The extent and scope of legal restrictions on prostitution and sex work differ enormously depending on location. Some countries such as Germany have legalised sex work, while New Zealand has adopted decriminalisation. A position that is significantly different from legalisation (legalisation involves state control and regulation; while decriminalisation means that there are no criminal penalties for carrying out sex work.) Other locations carry out an abolitionist approach to sex work. In the UK, some aspects of sex work are legal. But third-party involvement is illegal; while in Norway, Sweden and France (under a system commonly known as 'the Nordic model'), buying sexual services is illegal, in an attempt to criminalise buyers rather than sex workers. Finally, there is the prohibitionist approach, seen in the majority of US states and in other countries, including Russia, China and Saudi Arabia, where all aspects of sex work are illegal. As one might imagine, the many different approaches to sex work and the vastly different legal restrictions on this field have been the subject of a great deal of contentious debate. Discussions on whether sex work should be legalised, criminalised or decriminalised have been a significant part of feminist discourse since the movement's second wave, with strong opinions from all sides. Many second-wave feminists have viewed sex work as violence against women under all circumstances, and favour an abolitionist approach, while third-wave and intersectional feminists have leaned more towards decriminalisation. Currently, the public debate around legal restrictions on sex work has focused on neo-abolitionism versus decriminalisation; the 'Nordic Model' versus the removal of criminal penalties for sex workers. Supporters of the Nordic Model argue that this legal framework means that the social stigma of sex work is shifted to pimps and clients, rather than the sex workers themselves, thus making it easier for sex workers both to report crimes against them and to work towards leaving the sex industry. However, the Nordic Model has been widely critiqued by pro-decriminalisation groups, including SWARM (Sex Worker Advocacy and Resistance Movement) and Amnesty International. Following an extensive study into the impact of the Nordic Model in Norway and Sweden. Amnesty International concluded that criminalising the buying of sexual services, in fact, harmed the safety of sex workers. Putting them at higher risk of violence by forcing them to work in areas with a lower police presence, and spend less time screening prospective clients for any red-flag behaviour. Amnesty's researchers concluded that there was substantial evidence to suggest that 'human rights abuses against [sex workers] are compounded by and, in some cases, directly caused by the legal framework' that composes the Nordic model. SWARM, a collective made up of sex workers advocating for their human and labour rights, argue that any criminalisation of sex work has a damaging effect on sex workers. Placing them in greater danger of violence, and potentially leading to other consequences such as eviction from accommodation or deportation from the sex worker's country of residence. SWARM, like Amnesty International, advocate for full decriminalisation, including the overturning of laws that criminalise soliciting, renting premises for sex work, and working with other sex workers (something that is often done for safety). While there is a large amount of high-profile support for the Nordic model, the fact that sex worker collectives and a major human rights organisation support a model of full decriminalisation suggests that the legal restrictions on sex work that currently apply should be overturned. The safety of sex workers and their right to work and live free from social and legal sanctions as a result of their work must always be paramount, and criminalisation of any kind has always proven to be detrimental to this right to safety and security.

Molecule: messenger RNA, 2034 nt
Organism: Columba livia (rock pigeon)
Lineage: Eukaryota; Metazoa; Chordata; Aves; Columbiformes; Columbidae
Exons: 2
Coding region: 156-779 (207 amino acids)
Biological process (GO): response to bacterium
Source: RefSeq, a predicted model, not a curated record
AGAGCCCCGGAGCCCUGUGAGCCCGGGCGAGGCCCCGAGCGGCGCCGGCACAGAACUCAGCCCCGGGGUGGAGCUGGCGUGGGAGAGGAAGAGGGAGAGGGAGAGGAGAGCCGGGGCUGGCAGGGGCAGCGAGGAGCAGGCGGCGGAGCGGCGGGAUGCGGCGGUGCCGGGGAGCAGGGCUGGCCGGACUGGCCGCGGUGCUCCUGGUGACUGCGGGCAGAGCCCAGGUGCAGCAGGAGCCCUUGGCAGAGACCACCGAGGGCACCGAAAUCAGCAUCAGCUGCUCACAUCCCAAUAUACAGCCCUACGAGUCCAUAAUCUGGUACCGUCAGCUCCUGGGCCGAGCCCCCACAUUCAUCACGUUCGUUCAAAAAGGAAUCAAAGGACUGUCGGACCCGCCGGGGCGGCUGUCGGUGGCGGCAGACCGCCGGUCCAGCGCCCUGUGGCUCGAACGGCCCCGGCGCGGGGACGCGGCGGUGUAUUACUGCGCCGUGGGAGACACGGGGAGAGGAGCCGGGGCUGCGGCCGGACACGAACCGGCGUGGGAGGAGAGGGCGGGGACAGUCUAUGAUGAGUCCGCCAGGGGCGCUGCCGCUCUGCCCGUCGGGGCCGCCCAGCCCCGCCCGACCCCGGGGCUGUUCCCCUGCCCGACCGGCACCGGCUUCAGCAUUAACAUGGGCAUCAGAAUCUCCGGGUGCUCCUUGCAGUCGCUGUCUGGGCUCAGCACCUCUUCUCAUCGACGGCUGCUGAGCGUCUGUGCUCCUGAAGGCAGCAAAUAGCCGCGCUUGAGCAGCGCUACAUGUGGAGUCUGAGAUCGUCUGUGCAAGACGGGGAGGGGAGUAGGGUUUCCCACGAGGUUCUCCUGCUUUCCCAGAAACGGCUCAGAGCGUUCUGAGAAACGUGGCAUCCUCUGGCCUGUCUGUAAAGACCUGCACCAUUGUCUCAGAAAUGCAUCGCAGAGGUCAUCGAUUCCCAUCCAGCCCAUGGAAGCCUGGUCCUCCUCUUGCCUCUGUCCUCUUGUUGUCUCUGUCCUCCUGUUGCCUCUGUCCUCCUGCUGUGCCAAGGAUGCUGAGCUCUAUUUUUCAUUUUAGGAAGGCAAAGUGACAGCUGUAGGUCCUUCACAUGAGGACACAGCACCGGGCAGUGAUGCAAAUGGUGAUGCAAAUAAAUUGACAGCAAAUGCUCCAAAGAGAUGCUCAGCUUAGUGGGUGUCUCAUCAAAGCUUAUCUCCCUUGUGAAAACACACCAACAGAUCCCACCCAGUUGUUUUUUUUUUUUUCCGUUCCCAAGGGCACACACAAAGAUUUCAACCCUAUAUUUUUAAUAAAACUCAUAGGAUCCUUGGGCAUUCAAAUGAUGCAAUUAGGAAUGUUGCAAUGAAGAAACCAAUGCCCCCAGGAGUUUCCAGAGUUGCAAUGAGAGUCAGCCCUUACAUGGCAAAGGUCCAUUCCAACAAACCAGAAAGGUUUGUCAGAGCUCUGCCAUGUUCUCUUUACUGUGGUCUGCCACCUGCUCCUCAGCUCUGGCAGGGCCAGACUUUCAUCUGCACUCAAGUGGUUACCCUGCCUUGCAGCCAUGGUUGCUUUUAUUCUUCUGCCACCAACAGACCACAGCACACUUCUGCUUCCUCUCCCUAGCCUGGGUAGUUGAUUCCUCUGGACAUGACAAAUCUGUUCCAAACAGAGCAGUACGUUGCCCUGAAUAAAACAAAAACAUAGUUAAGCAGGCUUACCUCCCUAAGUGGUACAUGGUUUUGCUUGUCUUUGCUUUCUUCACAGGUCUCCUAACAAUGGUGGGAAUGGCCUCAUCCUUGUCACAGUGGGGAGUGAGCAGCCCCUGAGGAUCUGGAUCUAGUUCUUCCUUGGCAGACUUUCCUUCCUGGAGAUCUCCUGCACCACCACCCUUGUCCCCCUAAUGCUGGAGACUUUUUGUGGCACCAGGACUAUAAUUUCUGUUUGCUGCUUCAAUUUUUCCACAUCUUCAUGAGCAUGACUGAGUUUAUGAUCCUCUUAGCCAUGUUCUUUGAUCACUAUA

Answer by: Alice